The weather is getting worse tonight and the kids all expressed excitment at the thought of no school tomorrow. Some students said it doesn't matter, they really enjoy school. That was nice to hear. Doesn't make it feel like you are going to work for nothing. 

I am in the middle of planning a science/social studies lesson for Friday morning. The students will be given a map of North America pasted onto a piece of cardboard and eventually they will build landforms on it. On Thursday, I am going to have the students make their own salt dough using flour, salt, water and food coloring. I made them a How To to relate to relate to their Writers Workshop unit and will have them use it to complete their salt dough. On Friday we will use the salt dough to build various landforms on the map to represent mountains, plains, hills, etc. We will then be able to discuss landforms and where they are on the North American continent. Different colors of dough will represent different landforms and we from there we will be able to build a map key.

The students are very excited for science and so am I! Hoping for snow school tomorrow! The students told me to wear my pajamas inside out and backward if I want to be out of school. We'll see.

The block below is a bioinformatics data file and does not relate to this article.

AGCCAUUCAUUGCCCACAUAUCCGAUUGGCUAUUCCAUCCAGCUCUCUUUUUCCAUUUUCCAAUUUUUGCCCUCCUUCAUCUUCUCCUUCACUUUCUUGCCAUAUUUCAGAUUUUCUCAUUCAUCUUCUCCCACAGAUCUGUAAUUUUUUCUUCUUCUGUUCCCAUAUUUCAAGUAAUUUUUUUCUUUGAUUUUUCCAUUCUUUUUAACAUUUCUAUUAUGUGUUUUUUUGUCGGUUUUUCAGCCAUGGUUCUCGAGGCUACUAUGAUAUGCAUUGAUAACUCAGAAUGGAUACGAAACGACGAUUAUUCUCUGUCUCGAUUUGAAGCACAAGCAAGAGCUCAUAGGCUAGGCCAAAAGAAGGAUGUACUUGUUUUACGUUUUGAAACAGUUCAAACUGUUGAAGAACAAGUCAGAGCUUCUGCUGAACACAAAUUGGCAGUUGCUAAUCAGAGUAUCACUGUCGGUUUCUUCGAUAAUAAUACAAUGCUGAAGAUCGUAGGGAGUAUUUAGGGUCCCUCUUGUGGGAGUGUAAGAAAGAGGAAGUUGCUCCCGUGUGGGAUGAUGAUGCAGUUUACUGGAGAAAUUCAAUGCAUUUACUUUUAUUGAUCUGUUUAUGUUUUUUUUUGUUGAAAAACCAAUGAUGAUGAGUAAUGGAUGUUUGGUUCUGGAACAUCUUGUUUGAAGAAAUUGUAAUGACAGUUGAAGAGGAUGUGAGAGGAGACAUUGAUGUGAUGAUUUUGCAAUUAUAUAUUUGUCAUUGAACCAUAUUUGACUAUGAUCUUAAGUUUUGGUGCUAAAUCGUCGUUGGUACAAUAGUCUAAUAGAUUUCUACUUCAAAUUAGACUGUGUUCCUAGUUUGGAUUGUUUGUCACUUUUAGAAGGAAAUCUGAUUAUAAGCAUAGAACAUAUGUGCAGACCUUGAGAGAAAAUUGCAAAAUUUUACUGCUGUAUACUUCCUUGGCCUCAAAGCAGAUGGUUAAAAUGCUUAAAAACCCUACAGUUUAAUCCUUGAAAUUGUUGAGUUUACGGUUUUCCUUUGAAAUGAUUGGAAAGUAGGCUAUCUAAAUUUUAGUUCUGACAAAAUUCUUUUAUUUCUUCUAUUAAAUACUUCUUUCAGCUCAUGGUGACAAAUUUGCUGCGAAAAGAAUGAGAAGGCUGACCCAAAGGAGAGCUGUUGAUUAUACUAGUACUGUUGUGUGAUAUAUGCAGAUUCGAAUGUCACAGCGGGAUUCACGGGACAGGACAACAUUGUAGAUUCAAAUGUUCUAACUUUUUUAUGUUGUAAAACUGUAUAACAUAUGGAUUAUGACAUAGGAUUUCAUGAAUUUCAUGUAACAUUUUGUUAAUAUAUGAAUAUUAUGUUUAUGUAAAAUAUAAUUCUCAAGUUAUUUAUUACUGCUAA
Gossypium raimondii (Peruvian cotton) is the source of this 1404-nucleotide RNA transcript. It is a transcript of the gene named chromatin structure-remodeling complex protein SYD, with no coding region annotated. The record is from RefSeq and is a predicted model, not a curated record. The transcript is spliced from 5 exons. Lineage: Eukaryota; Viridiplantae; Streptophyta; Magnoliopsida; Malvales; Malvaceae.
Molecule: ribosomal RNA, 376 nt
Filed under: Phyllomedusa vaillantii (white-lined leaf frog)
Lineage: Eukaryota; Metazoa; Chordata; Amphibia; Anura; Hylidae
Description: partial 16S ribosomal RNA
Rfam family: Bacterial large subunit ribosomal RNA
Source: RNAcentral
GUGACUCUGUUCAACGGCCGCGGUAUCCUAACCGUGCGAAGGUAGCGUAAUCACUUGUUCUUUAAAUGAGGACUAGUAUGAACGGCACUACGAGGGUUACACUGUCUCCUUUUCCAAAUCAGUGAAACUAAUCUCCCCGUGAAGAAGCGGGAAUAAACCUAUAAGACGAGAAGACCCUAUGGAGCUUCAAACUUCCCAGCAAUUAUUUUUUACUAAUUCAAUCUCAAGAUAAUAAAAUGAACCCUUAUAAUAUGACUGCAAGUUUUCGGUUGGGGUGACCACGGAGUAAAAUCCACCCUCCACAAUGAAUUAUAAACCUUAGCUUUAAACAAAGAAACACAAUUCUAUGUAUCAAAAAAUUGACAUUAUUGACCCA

Monday, January 26, 2009

The World Around Us

Today was my first lesson at Janney Elementary School. The lesson was to teach the second grade how to read maps. We began the lesson by reading a "How-To" book about maps. This was relevant because it relates to their current Writers Workshop project which is writing a How-To. We then discussed types of maps and their uses. I made a bulletin board that showed a map of the world and the students were asked what it was representing. All of them knew it was a map of the world. We created a word bank as a class of the different continents and oceans and then applied these to the board. I had the students come up to the bulletin board and label them. We also labeled Washington, DC and the directions on the compass rose.

For homework the students were asked to make a map of their room using the cardinal directions. After they draw their own map, they have to write five sentences about the objects in their room. Example: My bed is WEST of my bookshelf. The students seemed very eager to share their thoughts and travel experiences. I noticed their knowledge of continents was right on point, but they have trouble deciphering between cities and countries. Most of them have traveled abroad, but couldn't really tell me which continent they traveled to.

Ms. Miller discussed the lesson with me after school and said I did great job. She said the students were excited, but certain students tried to test me by acting out. She said I should try and implement some kind of reward system for the students that are behaving.  I think I will try to use the current credit system that Ms. Miller uses for Millertown. 

Our next lesson will be about various landforms and where they can be found in the world. We will be making our own physical maps out of salt dough.